Thursday, January 24, 2013

Missing Mother

It is simply weird, how life turns out.  I moved in to take care of my mother five years ago, and for the last two years it has been intensely difficult.  She lost her ability to stand or walk unaided, and thus I had to lift her from bed to the wheelchair, take her to the bathroom, cook her meals and try to keep her occupied.  Her dementia became so acute that she was never silent, always making peculiar humming sounds, or shouting abuse, or calling for help.  It became impossible to concentrate on writing, because every time I vanished in order to do some work, mom would freak out and begin shouting for me, or yelling things.  She no longer knew that she was home, kept telling all of us, "I want to go home, take me home."  We decided that it was time to place mother into assisted living, and my niece discovered a wonderful place far away.  Part of me was so worn out with all of her noise and dementia, that I kept longing to be alone in the house, aching for silence and solitude.

Oscar Wilde said, "When the gods wish to punish us, they answer our prayers."  We know we did the "right" thing, she is getting excellent 24-hour care and the home she is in is beautiful.  The staff is brilliant.  My niece lives ten minutes away and visits mom always.  But it seems that the moment we place mom into the facility, a part of her "gave up."  She is now amazingly weaker, rarely lifts her head up to acknowledge that any of us are there, speaks always in a whisper and most of what she says is quite confused.  Visiting her in this state is difficult and depressing, and yet we feel a keen need to be with her, hoping that some part of her realizes that we are still there for her, that we haven't abandoned her.

I now exist in the condition for which I ached--silence and solitude, that I wanted so very much.  I hate it.  The house is too quiet, too lonesome.  I don't know how to live, what to do with all of my time.  I miss my mother, and part of my brain still listens for her weird sounds, her calls to go to the bathroom, her weeping and wailing.  My brain has trained itself to never let me fall too solidly asleep, to always be listening for the calls from the room next to mine.  I'm no longer living on mom's monthly money, with which I bought groceries and paid bills, and it's becoming obvious that I probably need to set the writing of books aside (they don't pay the bills) and seek full-time employment.  Being an old queen, over sixty and with a bad heart, doesn't make me optimistic about employment opportunities.  I'm feeling lost.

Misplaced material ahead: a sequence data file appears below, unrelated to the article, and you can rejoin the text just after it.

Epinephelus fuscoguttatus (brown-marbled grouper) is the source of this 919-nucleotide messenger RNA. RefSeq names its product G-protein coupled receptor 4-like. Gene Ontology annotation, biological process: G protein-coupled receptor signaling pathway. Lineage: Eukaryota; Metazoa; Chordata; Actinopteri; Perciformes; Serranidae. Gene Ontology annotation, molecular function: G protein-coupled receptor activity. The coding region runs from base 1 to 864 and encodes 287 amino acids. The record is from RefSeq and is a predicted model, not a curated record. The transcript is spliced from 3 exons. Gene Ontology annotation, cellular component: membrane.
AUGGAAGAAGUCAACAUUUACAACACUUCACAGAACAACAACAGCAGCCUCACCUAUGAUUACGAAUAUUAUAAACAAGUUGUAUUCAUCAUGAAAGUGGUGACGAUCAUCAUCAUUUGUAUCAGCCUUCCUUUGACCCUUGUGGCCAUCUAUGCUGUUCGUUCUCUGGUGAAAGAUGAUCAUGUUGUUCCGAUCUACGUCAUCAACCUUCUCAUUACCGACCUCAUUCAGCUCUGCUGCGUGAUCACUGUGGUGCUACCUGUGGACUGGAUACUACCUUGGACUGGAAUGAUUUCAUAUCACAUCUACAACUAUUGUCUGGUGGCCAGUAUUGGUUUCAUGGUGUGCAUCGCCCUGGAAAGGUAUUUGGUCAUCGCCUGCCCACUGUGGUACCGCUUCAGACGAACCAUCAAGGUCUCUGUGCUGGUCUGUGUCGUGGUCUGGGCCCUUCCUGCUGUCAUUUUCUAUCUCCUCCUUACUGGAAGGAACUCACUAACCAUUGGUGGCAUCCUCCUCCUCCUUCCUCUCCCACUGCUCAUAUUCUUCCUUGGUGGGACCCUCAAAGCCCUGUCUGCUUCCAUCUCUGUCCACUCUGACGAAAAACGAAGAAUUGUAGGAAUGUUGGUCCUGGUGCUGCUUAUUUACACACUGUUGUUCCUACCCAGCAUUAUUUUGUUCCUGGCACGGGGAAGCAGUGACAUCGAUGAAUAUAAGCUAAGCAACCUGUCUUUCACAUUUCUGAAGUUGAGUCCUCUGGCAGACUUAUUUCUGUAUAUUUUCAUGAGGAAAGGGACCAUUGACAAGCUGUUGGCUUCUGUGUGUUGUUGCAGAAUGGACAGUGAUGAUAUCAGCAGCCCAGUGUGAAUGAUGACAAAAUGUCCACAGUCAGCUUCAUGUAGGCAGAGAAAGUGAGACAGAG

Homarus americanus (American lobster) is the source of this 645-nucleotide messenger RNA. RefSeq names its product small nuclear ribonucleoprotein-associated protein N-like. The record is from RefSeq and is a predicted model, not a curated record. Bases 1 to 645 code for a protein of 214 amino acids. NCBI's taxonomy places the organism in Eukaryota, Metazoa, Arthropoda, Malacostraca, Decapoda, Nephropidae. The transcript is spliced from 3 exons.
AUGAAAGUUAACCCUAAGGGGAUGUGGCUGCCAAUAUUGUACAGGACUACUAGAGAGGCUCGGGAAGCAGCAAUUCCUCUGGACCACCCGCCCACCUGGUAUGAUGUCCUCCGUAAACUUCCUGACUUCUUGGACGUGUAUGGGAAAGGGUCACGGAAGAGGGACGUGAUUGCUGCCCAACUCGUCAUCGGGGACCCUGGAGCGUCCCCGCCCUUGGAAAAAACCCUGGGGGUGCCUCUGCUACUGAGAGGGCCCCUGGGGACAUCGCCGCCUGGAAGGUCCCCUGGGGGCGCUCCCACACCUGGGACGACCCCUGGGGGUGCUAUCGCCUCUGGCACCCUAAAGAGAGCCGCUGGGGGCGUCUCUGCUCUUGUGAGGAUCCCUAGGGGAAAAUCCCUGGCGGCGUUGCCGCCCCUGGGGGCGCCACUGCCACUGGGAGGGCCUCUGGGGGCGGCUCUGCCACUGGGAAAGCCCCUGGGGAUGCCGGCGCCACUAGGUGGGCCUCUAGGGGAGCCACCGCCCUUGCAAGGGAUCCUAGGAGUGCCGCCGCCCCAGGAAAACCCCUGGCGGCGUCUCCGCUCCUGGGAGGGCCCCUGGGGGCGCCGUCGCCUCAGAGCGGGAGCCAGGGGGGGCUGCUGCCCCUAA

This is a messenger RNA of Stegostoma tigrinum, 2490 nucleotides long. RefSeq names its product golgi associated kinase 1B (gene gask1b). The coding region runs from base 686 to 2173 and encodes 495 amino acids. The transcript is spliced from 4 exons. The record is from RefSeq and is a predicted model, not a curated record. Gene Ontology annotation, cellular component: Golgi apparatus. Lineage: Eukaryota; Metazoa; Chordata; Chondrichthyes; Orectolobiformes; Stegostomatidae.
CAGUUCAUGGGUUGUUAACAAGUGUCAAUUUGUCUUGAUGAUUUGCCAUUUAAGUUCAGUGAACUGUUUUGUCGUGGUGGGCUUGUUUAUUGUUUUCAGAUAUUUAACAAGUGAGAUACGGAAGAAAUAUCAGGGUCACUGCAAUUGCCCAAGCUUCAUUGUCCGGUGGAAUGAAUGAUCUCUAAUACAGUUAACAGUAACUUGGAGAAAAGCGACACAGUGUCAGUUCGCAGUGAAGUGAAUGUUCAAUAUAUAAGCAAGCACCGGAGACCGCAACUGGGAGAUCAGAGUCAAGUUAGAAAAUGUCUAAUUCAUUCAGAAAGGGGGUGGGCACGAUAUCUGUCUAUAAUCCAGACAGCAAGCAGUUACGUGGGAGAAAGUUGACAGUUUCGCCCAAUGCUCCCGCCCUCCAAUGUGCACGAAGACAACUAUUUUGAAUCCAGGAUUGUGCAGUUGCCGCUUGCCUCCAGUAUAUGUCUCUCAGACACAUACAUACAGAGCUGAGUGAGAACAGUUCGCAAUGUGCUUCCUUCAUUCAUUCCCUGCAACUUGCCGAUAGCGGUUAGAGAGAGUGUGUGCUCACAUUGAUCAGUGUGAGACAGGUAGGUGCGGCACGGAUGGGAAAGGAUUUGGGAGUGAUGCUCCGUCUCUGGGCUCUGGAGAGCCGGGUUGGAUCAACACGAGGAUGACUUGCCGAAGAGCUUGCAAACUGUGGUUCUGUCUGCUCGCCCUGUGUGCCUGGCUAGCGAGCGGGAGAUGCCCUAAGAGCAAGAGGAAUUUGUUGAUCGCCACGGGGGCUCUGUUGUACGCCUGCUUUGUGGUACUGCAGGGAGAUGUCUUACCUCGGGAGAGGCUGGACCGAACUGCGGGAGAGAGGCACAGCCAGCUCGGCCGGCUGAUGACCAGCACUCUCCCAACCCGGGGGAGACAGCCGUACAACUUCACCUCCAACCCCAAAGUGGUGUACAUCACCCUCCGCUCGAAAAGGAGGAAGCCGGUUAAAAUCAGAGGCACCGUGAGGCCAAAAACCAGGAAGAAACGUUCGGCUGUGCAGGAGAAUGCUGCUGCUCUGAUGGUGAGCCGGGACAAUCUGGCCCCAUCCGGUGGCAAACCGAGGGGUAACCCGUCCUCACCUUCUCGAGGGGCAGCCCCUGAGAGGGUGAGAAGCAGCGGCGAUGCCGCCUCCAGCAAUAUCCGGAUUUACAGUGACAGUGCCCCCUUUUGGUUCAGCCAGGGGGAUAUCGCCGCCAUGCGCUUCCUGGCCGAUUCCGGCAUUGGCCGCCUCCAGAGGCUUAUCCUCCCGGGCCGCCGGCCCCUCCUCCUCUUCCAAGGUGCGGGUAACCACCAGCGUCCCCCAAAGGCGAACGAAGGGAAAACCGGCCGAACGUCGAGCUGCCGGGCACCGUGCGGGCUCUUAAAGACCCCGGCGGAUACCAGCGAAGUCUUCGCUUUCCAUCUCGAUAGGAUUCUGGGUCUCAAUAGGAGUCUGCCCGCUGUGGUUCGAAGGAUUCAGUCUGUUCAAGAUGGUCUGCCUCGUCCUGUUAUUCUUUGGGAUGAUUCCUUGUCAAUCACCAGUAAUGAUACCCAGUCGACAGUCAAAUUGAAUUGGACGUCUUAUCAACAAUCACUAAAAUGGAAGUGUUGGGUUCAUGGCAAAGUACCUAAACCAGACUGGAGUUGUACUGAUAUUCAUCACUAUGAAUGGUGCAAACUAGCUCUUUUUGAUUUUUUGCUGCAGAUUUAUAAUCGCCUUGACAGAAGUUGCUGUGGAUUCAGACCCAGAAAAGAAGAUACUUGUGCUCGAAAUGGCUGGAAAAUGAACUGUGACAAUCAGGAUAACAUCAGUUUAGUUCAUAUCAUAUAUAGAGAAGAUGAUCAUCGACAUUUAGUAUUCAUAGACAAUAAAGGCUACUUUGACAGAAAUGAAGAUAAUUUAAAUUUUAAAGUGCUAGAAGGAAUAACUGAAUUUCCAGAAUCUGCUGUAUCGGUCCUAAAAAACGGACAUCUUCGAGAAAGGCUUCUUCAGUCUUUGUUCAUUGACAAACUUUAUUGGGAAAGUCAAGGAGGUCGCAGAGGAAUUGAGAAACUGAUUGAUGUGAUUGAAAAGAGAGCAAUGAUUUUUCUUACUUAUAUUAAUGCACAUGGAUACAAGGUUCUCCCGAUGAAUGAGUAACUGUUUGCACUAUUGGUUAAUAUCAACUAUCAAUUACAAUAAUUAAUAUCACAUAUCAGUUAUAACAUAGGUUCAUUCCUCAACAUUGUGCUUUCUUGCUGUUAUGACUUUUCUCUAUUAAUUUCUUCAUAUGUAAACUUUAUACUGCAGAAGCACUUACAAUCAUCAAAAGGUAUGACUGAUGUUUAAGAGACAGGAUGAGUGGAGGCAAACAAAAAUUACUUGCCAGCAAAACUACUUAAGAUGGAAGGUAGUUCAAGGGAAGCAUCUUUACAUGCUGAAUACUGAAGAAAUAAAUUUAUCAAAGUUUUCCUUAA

I know I am extraordinarily lucky to be able to live in this house, the home my father had built when I was 5 and 1/2.  I bought a new desk and two huge bookcases, and my buddy Nick came over and assembled the desk, which I've put in mom's old bedroom.  Having that room empty was a source of depression, but having the desk up has transformed the room and given it function.

I hate that mother is so far away.  The gloom and sadness of missing her has me so down that writing is difficult, as much so as when she was here making her weird noises.  It will probably be the best thing for me, to find at least a part-time job, even if it means that I no longer have the time or energy to write books.  One of the reasons I've been writing like a madman these past three years, producing book after book, is because I sensed the time would come when I had to return to real employment and set the writing aside for a few years.  So, it's cool if I have to slow down or stop the book production, I've produced too much of late.

The American Library Association is having a big convention here in Seattle this week-end, so on Sunday I am meeting a bunch of HWA locals for din-din.  Ellen Datlow will be in town, and I'll get to meet local horror writers I am unacquainted with.  Coolness.  And I get to hang-out with Sunni and Jason Brock and S. T. Joshi and William F. Nolan.  That should perk me up a bit.

It's so quiet, and the ringing in my ears seems amplified.  I share with Barbra Streisand the affliction of something called chronic tinnitus, a constant, never-ending ringing in the ears.  Often it's dulled and barely noticeable, but at times--like to-night--it is extremely loud and high-pitched and drives you crazy.  It makes me mutter those lines from Poe ~~

1 comment:

  1. Im sorry to hear about the decline of your mother, and I know what you mean about finding solitude difficult even after hankering after it. Sending you warm wishes. I am glad to have found you and your work, every author I meet is an inspiration that I appreciate and learn from. Feel better!